shipping, shall be slaves for life.” Indian slaves, under this law, were
imported from New England and the West Indies. Freed slaves were then
subjected to civil disabilities.


A Slave Market

A COLONIAL SLAVE-MARKET
IN THE SEVENTEENTH CENTURY.

In 1663 the Maryland legislature enacted
a law that ” all negroes and other slaves within the province, and all
negroes and other slaves to be thereafter imported into the province,
should serve during life; and all children born of any negro should be
slaves, as their fathers were, for the term of their lives.” The same
law recited that ” divers free-born English-women, forgetful of their
free condition, and to the disgrace of the nation, did intermarry with
negro slaves,” and it was enacted for deterring from such ” shameful
matches ” that, during their husbands’ lives, white women so
intermarrying should be servants to the masters of their husbands, and
that the issue of such marriages should be slaves for life.

Intermarriage Between Slave and Free

In 1681 the legislature of Maryland
passed a new act to remedy the evils of intermarrying of whites and
blacks. The preamble recited that such matches were often brought about
by the instigation or connivance of the master or mistress, who took
advantage of the former law to prolong the servitude of their white
feminine servants, and at the same time to raise up a brood of mulatto
slaves. The new law enacted that all white feminine servants
intermarrying with negro slaves were free, at once, after the nuptials,
and their children also; and that the minister celebrating and the
master or mistress promoting or conniving at such marriages were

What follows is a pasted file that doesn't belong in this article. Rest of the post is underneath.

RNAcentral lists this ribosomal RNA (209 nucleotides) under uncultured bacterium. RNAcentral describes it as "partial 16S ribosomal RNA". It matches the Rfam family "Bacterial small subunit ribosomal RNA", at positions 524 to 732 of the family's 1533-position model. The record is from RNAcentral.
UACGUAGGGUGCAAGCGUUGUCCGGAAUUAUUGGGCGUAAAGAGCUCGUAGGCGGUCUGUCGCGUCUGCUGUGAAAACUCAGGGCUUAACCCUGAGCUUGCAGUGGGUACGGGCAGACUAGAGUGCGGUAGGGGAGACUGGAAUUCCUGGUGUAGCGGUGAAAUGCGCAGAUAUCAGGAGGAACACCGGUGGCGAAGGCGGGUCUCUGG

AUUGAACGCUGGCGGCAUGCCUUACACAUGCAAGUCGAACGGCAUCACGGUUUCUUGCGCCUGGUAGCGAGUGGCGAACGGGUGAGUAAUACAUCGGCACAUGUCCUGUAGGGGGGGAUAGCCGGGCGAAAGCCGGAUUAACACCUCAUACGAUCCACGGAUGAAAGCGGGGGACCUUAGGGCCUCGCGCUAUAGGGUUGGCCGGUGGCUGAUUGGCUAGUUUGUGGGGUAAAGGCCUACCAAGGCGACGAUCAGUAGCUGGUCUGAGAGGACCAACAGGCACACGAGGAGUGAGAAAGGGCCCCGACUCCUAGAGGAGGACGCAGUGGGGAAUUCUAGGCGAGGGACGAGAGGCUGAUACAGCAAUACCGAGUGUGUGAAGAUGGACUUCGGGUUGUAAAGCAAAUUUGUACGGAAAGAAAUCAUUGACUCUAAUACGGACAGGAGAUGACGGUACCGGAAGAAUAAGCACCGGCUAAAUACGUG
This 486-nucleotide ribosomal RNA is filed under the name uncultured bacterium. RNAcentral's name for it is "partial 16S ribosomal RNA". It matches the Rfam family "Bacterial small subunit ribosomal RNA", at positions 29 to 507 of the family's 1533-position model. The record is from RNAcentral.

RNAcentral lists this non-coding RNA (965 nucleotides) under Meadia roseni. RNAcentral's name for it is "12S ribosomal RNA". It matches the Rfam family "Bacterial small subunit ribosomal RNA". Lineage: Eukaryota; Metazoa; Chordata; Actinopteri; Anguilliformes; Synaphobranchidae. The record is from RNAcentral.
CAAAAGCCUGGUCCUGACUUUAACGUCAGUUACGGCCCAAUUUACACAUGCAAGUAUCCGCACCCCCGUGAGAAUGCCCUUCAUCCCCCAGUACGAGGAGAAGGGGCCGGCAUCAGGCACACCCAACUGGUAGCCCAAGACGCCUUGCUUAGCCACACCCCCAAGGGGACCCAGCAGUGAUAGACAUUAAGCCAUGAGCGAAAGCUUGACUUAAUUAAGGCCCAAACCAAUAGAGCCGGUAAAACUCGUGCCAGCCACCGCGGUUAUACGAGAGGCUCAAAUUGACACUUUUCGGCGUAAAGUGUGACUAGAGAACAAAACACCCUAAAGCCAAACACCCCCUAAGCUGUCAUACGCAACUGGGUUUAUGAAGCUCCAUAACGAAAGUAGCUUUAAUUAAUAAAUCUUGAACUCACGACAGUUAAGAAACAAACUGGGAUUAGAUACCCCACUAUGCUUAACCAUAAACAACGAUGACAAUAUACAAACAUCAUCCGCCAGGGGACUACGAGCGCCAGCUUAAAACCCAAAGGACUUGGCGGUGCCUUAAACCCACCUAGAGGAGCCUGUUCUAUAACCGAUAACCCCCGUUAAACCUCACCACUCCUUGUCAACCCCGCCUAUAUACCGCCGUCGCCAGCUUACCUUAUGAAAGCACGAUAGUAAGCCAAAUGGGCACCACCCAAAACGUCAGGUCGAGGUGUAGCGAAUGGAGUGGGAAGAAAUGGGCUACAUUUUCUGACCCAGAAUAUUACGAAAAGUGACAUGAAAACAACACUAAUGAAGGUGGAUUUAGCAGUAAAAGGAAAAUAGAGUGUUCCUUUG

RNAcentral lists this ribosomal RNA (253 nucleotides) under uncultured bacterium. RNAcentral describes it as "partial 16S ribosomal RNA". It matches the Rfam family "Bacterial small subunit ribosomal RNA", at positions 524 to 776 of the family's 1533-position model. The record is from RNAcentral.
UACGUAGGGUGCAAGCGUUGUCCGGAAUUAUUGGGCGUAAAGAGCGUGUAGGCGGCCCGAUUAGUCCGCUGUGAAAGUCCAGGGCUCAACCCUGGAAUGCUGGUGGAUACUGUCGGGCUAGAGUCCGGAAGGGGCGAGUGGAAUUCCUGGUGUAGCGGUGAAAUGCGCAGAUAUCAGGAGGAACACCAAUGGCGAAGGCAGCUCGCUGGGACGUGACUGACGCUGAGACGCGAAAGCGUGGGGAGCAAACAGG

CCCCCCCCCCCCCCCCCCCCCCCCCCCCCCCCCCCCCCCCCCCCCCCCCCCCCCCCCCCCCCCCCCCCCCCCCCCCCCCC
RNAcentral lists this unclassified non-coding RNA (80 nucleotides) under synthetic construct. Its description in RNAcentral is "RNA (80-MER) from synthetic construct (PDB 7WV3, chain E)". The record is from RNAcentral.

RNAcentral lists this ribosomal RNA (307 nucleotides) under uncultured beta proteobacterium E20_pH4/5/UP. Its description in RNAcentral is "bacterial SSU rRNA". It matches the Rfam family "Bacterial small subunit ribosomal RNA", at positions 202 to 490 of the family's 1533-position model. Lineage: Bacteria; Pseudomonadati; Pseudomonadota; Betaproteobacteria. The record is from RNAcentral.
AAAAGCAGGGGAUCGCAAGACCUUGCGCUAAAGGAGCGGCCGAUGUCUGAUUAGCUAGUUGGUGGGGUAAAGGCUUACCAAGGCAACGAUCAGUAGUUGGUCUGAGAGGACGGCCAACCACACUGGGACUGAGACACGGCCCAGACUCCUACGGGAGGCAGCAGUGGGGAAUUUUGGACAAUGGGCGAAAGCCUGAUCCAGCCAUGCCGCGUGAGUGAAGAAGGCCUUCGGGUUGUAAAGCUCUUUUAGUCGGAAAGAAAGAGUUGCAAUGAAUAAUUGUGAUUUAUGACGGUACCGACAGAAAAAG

subjected to a fine of 10,000 pounds of tobacco.

Rules for
Slaves

In 1682 the slave code of Virginia
received additions. It was enacted that runaways who refused to be
arrested might be lawfully killed. Slaves were forbidden to carry arms,
offensive or defensive, or to go off the plantations of their masters
without a written pass, or to lift a hand against a Christian, even in
self-defense. The condition of slavery was imposed upon all servants,
whether ” negroes, Moors, mulattoes, or Indians, brought into the colony
by sea or land, whether converted to Christianity or not, provided they
were not of Christian parentage or country, or, if Turks or Moors, in
amity with his Majesty.” Nearly a century afterwards Virginia tried to
suppress the traffic in African slaves, and in 1761 it was proposed in
her legislature to suppress the importation of Africans by levying a
prohibitory duty. Danger to the political interest of that colony was
foreboded by her wisest men in the continuance of the trade. An act for
levying the tax was passed by the Assembly, but in England it met the